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June 6, 2019

Amgen unveils promising data in KRAS G12C non-small cell lung cancer

KRAS is a long sought after target in the oncology R&D space and has thus far proven to be undruggable.

By GlobalData

Amgen ’s KRAS G12C inhibitor, AMG 510 has been one of the most closely watched early-phase oncology assets recently. KRAS is a long sought after target in the oncology R&D space and has thus far proven to be undruggable.

Treatment of KRAS-mutated cancers presents a substantial opportunity for drug developers: KRAS mutations are found in about 25% of all human cancers and the KRAS G12C mutation in approximately 14% of non-small cell lung cancer (NSCLC) adenocarcinomas, 4% of colorectal cancers (CRC), and 1% to 3% in other solid tumours.

Non-small cell lung cancer

The preliminary data released within the published American Society of Clinical Oncology (ASCO) 2019 abstracts and during the presentation on 3 June indicates that Amgen has landed on a viable clinical asset to undertake one of the highest unmet need areas in oncology: treatment of KRAS-mutated patients. The presentation reported efficacy data from heavily pretreated patients with NSCLC (n=10) and CRC (n=18) harbouring KRAS G12C-positive tumours. In the NSCLC cohort, AMG 510 resulted in disease stabilisation or tumour shrinkage in nine out of ten heavily pretreated patients, resulting in a clinical benefit rate of 90%.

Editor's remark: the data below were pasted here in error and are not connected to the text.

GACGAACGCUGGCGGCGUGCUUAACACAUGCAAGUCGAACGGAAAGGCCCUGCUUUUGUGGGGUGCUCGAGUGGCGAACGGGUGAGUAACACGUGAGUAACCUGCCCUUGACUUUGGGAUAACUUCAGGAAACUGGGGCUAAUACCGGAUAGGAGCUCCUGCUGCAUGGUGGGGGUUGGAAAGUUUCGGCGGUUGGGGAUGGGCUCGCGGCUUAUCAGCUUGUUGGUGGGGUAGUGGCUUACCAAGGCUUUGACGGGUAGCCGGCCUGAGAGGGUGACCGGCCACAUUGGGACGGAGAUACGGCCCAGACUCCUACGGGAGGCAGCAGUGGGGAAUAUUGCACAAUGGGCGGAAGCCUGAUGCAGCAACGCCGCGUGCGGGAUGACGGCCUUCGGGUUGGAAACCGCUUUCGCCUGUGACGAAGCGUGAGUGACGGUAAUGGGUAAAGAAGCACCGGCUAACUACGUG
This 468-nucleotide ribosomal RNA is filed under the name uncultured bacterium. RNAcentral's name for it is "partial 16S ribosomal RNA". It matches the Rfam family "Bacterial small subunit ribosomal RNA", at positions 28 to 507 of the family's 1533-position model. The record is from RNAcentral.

Notably, in the NSCLC cohort, AMG 510 resulted in partial responses in patients who progressed on prior checkpoint inhibitor therapy. On the other hand, patients with CRC achieved disease stabilisation without any partial responses. As clinical efficacy in NSCLC looks more promising, Amgen is likely to focus on KRAS G12C-positive NSCLC as the candidate’s lead indication for clinical development. If the initial clinical benefit rate is reproduced in expanded patient cohorts, AMG 510 will become the first KRAS G12C inhibitor that can be used for the treatment of a high unmet need population within NSCLC defined by a novel biomarker.

Amgen is expected to evaluate AMG 510 in combination with various other targeted therapies and immune checkpoint inhibitors, as AMG 510 as a single agent was tolerable with mostly Grade 1 and 2 adverse events reported in the initial cohort. The data from expanded patient cohorts of AMG 510 is no doubt highly anticipated, as Amgen is embarking on a highly elusive drug target in oncology.

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